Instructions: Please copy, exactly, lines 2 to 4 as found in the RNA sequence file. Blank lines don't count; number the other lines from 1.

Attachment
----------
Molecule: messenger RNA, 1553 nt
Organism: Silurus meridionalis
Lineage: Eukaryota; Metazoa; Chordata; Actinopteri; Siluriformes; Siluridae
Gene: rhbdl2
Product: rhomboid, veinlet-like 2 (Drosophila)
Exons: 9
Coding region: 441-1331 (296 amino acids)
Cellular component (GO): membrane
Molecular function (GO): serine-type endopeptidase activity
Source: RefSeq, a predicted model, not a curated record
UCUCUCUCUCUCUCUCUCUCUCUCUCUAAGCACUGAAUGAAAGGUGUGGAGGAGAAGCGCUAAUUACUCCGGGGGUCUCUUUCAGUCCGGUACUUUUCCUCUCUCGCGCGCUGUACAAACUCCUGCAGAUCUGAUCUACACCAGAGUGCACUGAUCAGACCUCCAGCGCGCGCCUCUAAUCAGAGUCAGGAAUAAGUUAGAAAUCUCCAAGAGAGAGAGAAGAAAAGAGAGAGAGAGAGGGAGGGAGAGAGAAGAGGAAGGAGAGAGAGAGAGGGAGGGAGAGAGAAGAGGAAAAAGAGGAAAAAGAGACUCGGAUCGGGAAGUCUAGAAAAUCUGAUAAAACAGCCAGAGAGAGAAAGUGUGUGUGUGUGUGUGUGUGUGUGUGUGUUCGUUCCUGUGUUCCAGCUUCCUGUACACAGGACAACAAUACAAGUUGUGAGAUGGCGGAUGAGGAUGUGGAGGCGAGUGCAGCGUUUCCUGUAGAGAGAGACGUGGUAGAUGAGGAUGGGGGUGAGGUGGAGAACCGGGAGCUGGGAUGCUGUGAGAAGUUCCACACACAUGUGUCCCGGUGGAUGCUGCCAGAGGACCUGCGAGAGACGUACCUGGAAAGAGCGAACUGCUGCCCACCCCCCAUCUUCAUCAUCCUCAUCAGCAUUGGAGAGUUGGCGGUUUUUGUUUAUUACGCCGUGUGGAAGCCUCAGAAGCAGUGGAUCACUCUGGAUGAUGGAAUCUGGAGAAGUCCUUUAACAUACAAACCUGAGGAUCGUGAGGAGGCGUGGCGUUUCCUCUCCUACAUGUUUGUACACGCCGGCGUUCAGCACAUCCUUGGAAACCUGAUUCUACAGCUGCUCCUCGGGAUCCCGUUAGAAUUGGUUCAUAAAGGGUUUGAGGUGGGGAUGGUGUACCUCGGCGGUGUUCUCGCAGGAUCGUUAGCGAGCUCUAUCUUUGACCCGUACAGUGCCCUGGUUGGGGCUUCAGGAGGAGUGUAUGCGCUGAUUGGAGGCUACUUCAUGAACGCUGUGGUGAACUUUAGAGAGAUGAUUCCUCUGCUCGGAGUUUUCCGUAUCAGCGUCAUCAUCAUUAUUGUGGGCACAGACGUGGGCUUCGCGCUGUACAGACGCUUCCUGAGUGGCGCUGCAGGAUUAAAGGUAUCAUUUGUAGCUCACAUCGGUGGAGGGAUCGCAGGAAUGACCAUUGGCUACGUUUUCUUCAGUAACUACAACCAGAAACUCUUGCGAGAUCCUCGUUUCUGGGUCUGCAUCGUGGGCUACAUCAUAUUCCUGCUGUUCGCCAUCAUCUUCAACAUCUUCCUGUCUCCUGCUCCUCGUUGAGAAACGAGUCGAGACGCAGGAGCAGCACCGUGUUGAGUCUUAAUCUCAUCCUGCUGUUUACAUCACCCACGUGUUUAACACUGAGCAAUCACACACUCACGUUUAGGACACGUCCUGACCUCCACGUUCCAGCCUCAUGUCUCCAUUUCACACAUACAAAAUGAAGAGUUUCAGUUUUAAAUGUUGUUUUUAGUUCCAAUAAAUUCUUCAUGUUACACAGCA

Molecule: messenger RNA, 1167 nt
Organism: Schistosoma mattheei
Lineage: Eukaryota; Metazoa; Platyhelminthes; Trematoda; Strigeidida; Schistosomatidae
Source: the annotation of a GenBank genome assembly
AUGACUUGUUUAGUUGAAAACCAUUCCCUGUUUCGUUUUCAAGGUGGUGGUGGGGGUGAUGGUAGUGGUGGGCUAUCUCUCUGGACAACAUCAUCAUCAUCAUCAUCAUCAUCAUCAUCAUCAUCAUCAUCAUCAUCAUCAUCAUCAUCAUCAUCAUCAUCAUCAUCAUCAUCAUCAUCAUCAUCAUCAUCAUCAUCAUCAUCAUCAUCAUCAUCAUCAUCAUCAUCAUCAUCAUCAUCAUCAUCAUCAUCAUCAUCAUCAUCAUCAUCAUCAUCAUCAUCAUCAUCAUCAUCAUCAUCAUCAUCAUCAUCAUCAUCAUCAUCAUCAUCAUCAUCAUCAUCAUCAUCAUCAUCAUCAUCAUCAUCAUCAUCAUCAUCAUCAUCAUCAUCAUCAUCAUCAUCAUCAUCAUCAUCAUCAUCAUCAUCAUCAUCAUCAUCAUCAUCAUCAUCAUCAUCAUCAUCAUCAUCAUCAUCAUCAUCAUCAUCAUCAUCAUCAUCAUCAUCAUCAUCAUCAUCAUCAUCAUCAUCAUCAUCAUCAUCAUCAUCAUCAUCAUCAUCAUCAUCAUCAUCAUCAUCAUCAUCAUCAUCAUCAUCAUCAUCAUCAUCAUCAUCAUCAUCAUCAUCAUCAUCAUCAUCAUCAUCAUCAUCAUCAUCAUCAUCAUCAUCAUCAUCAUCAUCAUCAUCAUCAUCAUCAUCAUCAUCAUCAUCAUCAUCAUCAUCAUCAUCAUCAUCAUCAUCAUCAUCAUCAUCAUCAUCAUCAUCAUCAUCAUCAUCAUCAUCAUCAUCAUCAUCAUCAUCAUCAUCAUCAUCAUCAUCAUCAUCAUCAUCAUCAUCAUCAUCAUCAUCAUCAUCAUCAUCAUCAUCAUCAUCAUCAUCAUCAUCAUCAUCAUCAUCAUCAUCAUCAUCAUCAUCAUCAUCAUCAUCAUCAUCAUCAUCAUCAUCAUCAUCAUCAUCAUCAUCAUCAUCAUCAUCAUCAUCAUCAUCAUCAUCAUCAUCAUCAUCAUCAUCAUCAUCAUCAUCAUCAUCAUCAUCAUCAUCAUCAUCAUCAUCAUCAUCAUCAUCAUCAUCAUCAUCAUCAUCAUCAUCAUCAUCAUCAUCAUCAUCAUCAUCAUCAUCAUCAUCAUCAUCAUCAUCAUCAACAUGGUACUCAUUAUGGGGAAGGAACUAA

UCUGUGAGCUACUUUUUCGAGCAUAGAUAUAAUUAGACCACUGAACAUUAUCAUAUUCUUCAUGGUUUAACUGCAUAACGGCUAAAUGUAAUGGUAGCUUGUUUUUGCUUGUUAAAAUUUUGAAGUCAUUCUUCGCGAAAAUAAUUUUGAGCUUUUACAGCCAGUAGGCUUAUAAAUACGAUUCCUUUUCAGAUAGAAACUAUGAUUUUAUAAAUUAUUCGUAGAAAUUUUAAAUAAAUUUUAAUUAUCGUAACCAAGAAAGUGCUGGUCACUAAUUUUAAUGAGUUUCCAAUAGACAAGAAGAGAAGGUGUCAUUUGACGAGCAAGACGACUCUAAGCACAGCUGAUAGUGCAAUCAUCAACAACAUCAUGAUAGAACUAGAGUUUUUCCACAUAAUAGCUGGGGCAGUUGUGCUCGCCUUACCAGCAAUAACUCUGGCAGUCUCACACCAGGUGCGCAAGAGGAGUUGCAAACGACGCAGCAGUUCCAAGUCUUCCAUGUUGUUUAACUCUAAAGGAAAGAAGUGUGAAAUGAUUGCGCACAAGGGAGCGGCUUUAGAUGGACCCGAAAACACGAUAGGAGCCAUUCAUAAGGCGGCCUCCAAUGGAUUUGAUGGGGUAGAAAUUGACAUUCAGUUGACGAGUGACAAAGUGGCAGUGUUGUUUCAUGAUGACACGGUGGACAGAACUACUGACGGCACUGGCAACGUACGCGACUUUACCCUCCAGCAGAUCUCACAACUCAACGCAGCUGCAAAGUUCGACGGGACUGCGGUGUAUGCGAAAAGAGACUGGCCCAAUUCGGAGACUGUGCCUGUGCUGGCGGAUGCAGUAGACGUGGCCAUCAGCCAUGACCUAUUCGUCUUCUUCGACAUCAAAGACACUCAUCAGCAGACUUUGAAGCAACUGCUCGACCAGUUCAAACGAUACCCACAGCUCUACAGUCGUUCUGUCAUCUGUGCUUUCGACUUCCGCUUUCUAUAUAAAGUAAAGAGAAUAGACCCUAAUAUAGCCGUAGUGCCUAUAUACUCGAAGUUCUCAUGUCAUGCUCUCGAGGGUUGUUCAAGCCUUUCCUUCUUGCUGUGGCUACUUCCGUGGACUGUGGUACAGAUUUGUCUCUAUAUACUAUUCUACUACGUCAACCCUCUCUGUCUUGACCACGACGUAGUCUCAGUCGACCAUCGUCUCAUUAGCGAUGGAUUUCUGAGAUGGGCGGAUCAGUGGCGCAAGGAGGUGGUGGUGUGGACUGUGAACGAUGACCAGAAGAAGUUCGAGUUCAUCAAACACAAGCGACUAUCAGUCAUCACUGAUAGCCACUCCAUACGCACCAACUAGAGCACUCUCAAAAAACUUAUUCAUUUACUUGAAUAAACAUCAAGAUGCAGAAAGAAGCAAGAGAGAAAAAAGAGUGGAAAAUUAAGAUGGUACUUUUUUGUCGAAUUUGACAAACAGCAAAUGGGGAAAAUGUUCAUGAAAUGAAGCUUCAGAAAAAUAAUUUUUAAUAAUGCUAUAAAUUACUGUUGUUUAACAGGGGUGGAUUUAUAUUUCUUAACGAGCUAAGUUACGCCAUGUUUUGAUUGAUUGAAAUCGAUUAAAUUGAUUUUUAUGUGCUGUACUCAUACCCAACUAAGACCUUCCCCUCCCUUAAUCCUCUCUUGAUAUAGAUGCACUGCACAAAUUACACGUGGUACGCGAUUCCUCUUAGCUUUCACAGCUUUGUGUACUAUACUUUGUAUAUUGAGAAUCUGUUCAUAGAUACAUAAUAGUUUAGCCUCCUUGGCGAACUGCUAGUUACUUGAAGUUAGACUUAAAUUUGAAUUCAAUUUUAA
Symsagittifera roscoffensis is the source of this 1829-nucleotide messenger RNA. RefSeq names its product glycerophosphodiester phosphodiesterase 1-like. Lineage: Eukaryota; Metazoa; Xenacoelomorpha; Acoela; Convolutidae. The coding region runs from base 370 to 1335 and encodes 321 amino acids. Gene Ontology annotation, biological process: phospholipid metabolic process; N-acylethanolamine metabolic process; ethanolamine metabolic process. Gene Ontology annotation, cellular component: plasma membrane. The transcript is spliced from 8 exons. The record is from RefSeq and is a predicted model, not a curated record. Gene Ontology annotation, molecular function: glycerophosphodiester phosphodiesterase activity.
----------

Organism: Silurus meridionalis
Lineage: Eukaryota; Metazoa; Chordata; Actinopteri; Siluriformes; Siluridae
Gene: rhbdl2